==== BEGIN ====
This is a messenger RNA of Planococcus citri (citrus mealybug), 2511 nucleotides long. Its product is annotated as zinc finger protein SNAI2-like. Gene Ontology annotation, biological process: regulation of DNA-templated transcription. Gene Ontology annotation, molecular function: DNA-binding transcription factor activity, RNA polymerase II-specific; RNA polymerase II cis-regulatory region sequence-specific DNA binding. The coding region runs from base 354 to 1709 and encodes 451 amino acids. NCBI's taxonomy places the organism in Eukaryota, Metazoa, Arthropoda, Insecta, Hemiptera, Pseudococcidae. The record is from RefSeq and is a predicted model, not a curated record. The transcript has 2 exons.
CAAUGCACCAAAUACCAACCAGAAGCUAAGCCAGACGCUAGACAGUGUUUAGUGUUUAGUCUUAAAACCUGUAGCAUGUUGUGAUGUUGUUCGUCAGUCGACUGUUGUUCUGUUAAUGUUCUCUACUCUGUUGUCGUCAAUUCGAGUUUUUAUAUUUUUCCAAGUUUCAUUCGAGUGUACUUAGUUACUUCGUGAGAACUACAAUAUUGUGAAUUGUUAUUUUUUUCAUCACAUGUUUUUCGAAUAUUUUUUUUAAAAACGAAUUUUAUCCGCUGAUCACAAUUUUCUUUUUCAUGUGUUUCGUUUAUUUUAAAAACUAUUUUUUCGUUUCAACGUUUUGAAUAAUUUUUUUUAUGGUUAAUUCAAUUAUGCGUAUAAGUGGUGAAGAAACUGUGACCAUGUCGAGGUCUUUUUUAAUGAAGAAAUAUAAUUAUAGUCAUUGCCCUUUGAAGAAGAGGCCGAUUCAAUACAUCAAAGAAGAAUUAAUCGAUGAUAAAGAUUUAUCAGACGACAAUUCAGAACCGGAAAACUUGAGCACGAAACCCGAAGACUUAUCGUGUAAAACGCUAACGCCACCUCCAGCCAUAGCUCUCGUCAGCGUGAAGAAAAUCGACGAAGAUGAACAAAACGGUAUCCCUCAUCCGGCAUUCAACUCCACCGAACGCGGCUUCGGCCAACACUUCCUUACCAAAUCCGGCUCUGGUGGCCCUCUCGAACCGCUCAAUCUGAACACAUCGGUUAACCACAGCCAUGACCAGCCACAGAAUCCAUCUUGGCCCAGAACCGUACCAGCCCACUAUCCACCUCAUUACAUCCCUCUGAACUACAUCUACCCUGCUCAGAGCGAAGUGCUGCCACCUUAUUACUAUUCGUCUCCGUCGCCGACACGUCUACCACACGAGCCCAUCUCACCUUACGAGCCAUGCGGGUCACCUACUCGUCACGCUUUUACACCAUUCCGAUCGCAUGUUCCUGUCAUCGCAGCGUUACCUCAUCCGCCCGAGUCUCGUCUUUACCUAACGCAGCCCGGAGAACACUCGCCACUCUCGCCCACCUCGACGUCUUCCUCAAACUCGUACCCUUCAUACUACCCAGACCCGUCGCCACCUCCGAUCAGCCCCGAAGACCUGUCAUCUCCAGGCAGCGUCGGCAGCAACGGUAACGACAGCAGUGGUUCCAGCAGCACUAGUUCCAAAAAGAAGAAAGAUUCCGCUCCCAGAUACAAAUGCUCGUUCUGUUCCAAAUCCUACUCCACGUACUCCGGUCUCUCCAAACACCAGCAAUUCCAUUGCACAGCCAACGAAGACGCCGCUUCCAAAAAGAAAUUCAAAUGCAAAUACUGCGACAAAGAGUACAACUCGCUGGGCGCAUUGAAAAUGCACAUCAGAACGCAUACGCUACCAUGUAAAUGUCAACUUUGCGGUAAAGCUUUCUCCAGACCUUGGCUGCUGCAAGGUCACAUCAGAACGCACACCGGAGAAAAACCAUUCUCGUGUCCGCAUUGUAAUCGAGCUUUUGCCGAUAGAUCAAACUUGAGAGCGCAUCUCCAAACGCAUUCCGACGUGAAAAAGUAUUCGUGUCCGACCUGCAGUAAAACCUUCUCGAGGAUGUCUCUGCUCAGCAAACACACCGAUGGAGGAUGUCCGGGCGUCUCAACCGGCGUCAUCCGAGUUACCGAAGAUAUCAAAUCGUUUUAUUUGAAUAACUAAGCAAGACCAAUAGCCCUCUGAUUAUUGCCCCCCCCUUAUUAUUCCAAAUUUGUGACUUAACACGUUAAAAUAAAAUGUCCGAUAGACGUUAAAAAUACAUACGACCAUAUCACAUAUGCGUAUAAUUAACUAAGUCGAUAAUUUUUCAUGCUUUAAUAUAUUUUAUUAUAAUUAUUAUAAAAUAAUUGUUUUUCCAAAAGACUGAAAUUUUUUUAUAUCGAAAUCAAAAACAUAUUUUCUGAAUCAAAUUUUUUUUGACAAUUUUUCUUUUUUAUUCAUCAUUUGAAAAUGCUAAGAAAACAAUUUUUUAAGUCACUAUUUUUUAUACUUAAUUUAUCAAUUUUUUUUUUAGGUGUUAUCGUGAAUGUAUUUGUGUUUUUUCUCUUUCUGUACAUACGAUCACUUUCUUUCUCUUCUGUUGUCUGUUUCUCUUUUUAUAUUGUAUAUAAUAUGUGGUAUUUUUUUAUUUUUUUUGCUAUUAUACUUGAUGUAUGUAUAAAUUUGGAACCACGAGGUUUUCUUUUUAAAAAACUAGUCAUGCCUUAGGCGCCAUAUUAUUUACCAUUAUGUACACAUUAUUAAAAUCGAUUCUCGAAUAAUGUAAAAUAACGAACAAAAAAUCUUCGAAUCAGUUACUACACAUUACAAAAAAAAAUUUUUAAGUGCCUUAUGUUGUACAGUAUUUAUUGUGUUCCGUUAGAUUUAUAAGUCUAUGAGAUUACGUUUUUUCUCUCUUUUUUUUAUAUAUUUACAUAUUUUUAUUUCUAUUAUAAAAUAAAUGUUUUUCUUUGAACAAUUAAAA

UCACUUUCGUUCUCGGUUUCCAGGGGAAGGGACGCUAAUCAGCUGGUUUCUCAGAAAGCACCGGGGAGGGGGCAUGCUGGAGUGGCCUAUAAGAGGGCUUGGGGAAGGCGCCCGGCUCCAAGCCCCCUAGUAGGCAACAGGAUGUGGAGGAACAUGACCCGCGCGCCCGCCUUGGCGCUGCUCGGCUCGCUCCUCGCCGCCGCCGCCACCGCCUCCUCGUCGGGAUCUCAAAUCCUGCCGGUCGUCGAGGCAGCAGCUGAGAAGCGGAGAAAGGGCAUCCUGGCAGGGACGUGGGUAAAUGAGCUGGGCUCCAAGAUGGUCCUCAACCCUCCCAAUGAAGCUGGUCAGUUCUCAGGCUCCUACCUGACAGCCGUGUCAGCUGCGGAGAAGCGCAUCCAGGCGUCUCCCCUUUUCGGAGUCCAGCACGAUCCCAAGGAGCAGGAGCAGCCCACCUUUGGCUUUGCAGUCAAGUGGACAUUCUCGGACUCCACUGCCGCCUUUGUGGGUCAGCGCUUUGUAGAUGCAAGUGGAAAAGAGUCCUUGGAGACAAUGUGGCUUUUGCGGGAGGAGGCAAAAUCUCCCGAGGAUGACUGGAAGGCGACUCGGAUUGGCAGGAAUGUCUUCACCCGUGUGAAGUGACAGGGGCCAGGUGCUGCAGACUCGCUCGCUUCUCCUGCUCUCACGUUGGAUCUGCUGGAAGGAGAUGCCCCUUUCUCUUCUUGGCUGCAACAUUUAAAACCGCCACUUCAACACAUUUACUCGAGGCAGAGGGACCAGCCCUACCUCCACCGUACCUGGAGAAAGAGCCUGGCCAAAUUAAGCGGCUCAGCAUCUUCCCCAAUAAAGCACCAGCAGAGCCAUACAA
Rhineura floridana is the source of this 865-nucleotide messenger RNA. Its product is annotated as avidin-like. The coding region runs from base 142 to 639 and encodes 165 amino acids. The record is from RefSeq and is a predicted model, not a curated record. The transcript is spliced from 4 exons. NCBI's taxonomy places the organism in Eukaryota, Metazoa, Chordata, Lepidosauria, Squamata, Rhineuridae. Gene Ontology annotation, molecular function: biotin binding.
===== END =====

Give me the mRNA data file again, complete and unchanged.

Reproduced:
This is a messenger RNA of Planococcus citri (citrus mealybug), 2511 nucleotides long. Its product is annotated as zinc finger protein SNAI2-like. Gene Ontology annotation, biological process: regulation of DNA-templated transcription. Gene Ontology annotation, molecular function: DNA-binding transcription factor activity, RNA polymerase II-specific; RNA polymerase II cis-regulatory region sequence-specific DNA binding. The coding region runs from base 354 to 1709 and encodes 451 amino acids. NCBI's taxonomy places the organism in Eukaryota, Metazoa, Arthropoda, Insecta, Hemiptera, Pseudococcidae. The record is from RefSeq and is a predicted model, not a curated record. The transcript has 2 exons.
CAAUGCACCAAAUACCAACCAGAAGCUAAGCCAGACGCUAGACAGUGUUUAGUGUUUAGUCUUAAAACCUGUAGCAUGUUGUGAUGUUGUUCGUCAGUCGACUGUUGUUCUGUUAAUGUUCUCUACUCUGUUGUCGUCAAUUCGAGUUUUUAUAUUUUUCCAAGUUUCAUUCGAGUGUACUUAGUUACUUCGUGAGAACUACAAUAUUGUGAAUUGUUAUUUUUUUCAUCACAUGUUUUUCGAAUAUUUUUUUUAAAAACGAAUUUUAUCCGCUGAUCACAAUUUUCUUUUUCAUGUGUUUCGUUUAUUUUAAAAACUAUUUUUUCGUUUCAACGUUUUGAAUAAUUUUUUUUAUGGUUAAUUCAAUUAUGCGUAUAAGUGGUGAAGAAACUGUGACCAUGUCGAGGUCUUUUUUAAUGAAGAAAUAUAAUUAUAGUCAUUGCCCUUUGAAGAAGAGGCCGAUUCAAUACAUCAAAGAAGAAUUAAUCGAUGAUAAAGAUUUAUCAGACGACAAUUCAGAACCGGAAAACUUGAGCACGAAACCCGAAGACUUAUCGUGUAAAACGCUAACGCCACCUCCAGCCAUAGCUCUCGUCAGCGUGAAGAAAAUCGACGAAGAUGAACAAAACGGUAUCCCUCAUCCGGCAUUCAACUCCACCGAACGCGGCUUCGGCCAACACUUCCUUACCAAAUCCGGCUCUGGUGGCCCUCUCGAACCGCUCAAUCUGAACACAUCGGUUAACCACAGCCAUGACCAGCCACAGAAUCCAUCUUGGCCCAGAACCGUACCAGCCCACUAUCCACCUCAUUACAUCCCUCUGAACUACAUCUACCCUGCUCAGAGCGAAGUGCUGCCACCUUAUUACUAUUCGUCUCCGUCGCCGACACGUCUACCACACGAGCCCAUCUCACCUUACGAGCCAUGCGGGUCACCUACUCGUCACGCUUUUACACCAUUCCGAUCGCAUGUUCCUGUCAUCGCAGCGUUACCUCAUCCGCCCGAGUCUCGUCUUUACCUAACGCAGCCCGGAGAACACUCGCCACUCUCGCCCACCUCGACGUCUUCCUCAAACUCGUACCCUUCAUACUACCCAGACCCGUCGCCACCUCCGAUCAGCCCCGAAGACCUGUCAUCUCCAGGCAGCGUCGGCAGCAACGGUAACGACAGCAGUGGUUCCAGCAGCACUAGUUCCAAAAAGAAGAAAGAUUCCGCUCCCAGAUACAAAUGCUCGUUCUGUUCCAAAUCCUACUCCACGUACUCCGGUCUCUCCAAACACCAGCAAUUCCAUUGCACAGCCAACGAAGACGCCGCUUCCAAAAAGAAAUUCAAAUGCAAAUACUGCGACAAAGAGUACAACUCGCUGGGCGCAUUGAAAAUGCACAUCAGAACGCAUACGCUACCAUGUAAAUGUCAACUUUGCGGUAAAGCUUUCUCCAGACCUUGGCUGCUGCAAGGUCACAUCAGAACGCACACCGGAGAAAAACCAUUCUCGUGUCCGCAUUGUAAUCGAGCUUUUGCCGAUAGAUCAAACUUGAGAGCGCAUCUCCAAACGCAUUCCGACGUGAAAAAGUAUUCGUGUCCGACCUGCAGUAAAACCUUCUCGAGGAUGUCUCUGCUCAGCAAACACACCGAUGGAGGAUGUCCGGGCGUCUCAACCGGCGUCAUCCGAGUUACCGAAGAUAUCAAAUCGUUUUAUUUGAAUAACUAAGCAAGACCAAUAGCCCUCUGAUUAUUGCCCCCCCCUUAUUAUUCCAAAUUUGUGACUUAACACGUUAAAAUAAAAUGUCCGAUAGACGUUAAAAAUACAUACGACCAUAUCACAUAUGCGUAUAAUUAACUAAGUCGAUAAUUUUUCAUGCUUUAAUAUAUUUUAUUAUAAUUAUUAUAAAAUAAUUGUUUUUCCAAAAGACUGAAAUUUUUUUAUAUCGAAAUCAAAAACAUAUUUUCUGAAUCAAAUUUUUUUUGACAAUUUUUCUUUUUUAUUCAUCAUUUGAAAAUGCUAAGAAAACAAUUUUUUAAGUCACUAUUUUUUAUACUUAAUUUAUCAAUUUUUUUUUUAGGUGUUAUCGUGAAUGUAUUUGUGUUUUUUCUCUUUCUGUACAUACGAUCACUUUCUUUCUCUUCUGUUGUCUGUUUCUCUUUUUAUAUUGUAUAUAAUAUGUGGUAUUUUUUUAUUUUUUUUGCUAUUAUACUUGAUGUAUGUAUAAAUUUGGAACCACGAGGUUUUCUUUUUAAAAAACUAGUCAUGCCUUAGGCGCCAUAUUAUUUACCAUUAUGUACACAUUAUUAAAAUCGAUUCUCGAAUAAUGUAAAAUAACGAACAAAAAAUCUUCGAAUCAGUUACUACACAUUACAAAAAAAAAUUUUUAAGUGCCUUAUGUUGUACAGUAUUUAUUGUGUUCCGUUAGAUUUAUAAGUCUAUGAGAUUACGUUUUUUCUCUCUUUUUUUUAUAUAUUUACAUAUUUUUAUUUCUAUUAUAAAAUAAAUGUUUUUCUUUGAACAAUUAAAA

UCACUUUCGUUCUCGGUUUCCAGGGGAAGGGACGCUAAUCAGCUGGUUUCUCAGAAAGCACCGGGGAGGGGGCAUGCUGGAGUGGCCUAUAAGAGGGCUUGGGGAAGGCGCCCGGCUCCAAGCCCCCUAGUAGGCAACAGGAUGUGGAGGAACAUGACCCGCGCGCCCGCCUUGGCGCUGCUCGGCUCGCUCCUCGCCGCCGCCGCCACCGCCUCCUCGUCGGGAUCUCAAAUCCUGCCGGUCGUCGAGGCAGCAGCUGAGAAGCGGAGAAAGGGCAUCCUGGCAGGGACGUGGGUAAAUGAGCUGGGCUCCAAGAUGGUCCUCAACCCUCCCAAUGAAGCUGGUCAGUUCUCAGGCUCCUACCUGACAGCCGUGUCAGCUGCGGAGAAGCGCAUCCAGGCGUCUCCCCUUUUCGGAGUCCAGCACGAUCCCAAGGAGCAGGAGCAGCCCACCUUUGGCUUUGCAGUCAAGUGGACAUUCUCGGACUCCACUGCCGCCUUUGUGGGUCAGCGCUUUGUAGAUGCAAGUGGAAAAGAGUCCUUGGAGACAAUGUGGCUUUUGCGGGAGGAGGCAAAAUCUCCCGAGGAUGACUGGAAGGCGACUCGGAUUGGCAGGAAUGUCUUCACCCGUGUGAAGUGACAGGGGCCAGGUGCUGCAGACUCGCUCGCUUCUCCUGCUCUCACGUUGGAUCUGCUGGAAGGAGAUGCCCCUUUCUCUUCUUGGCUGCAACAUUUAAAACCGCCACUUCAACACAUUUACUCGAGGCAGAGGGACCAGCCCUACCUCCACCGUACCUGGAGAAAGAGCCUGGCCAAAUUAAGCGGCUCAGCAUCUUCCCCAAUAAAGCACCAGCAGAGCCAUACAA
Rhineura floridana is the source of this 865-nucleotide messenger RNA. Its product is annotated as avidin-like. The coding region runs from base 142 to 639 and encodes 165 amino acids. The record is from RefSeq and is a predicted model, not a curated record. The transcript is spliced from 4 exons. NCBI's taxonomy places the organism in Eukaryota, Metazoa, Chordata, Lepidosauria, Squamata, Rhineuridae. Gene Ontology annotation, molecular function: biotin binding.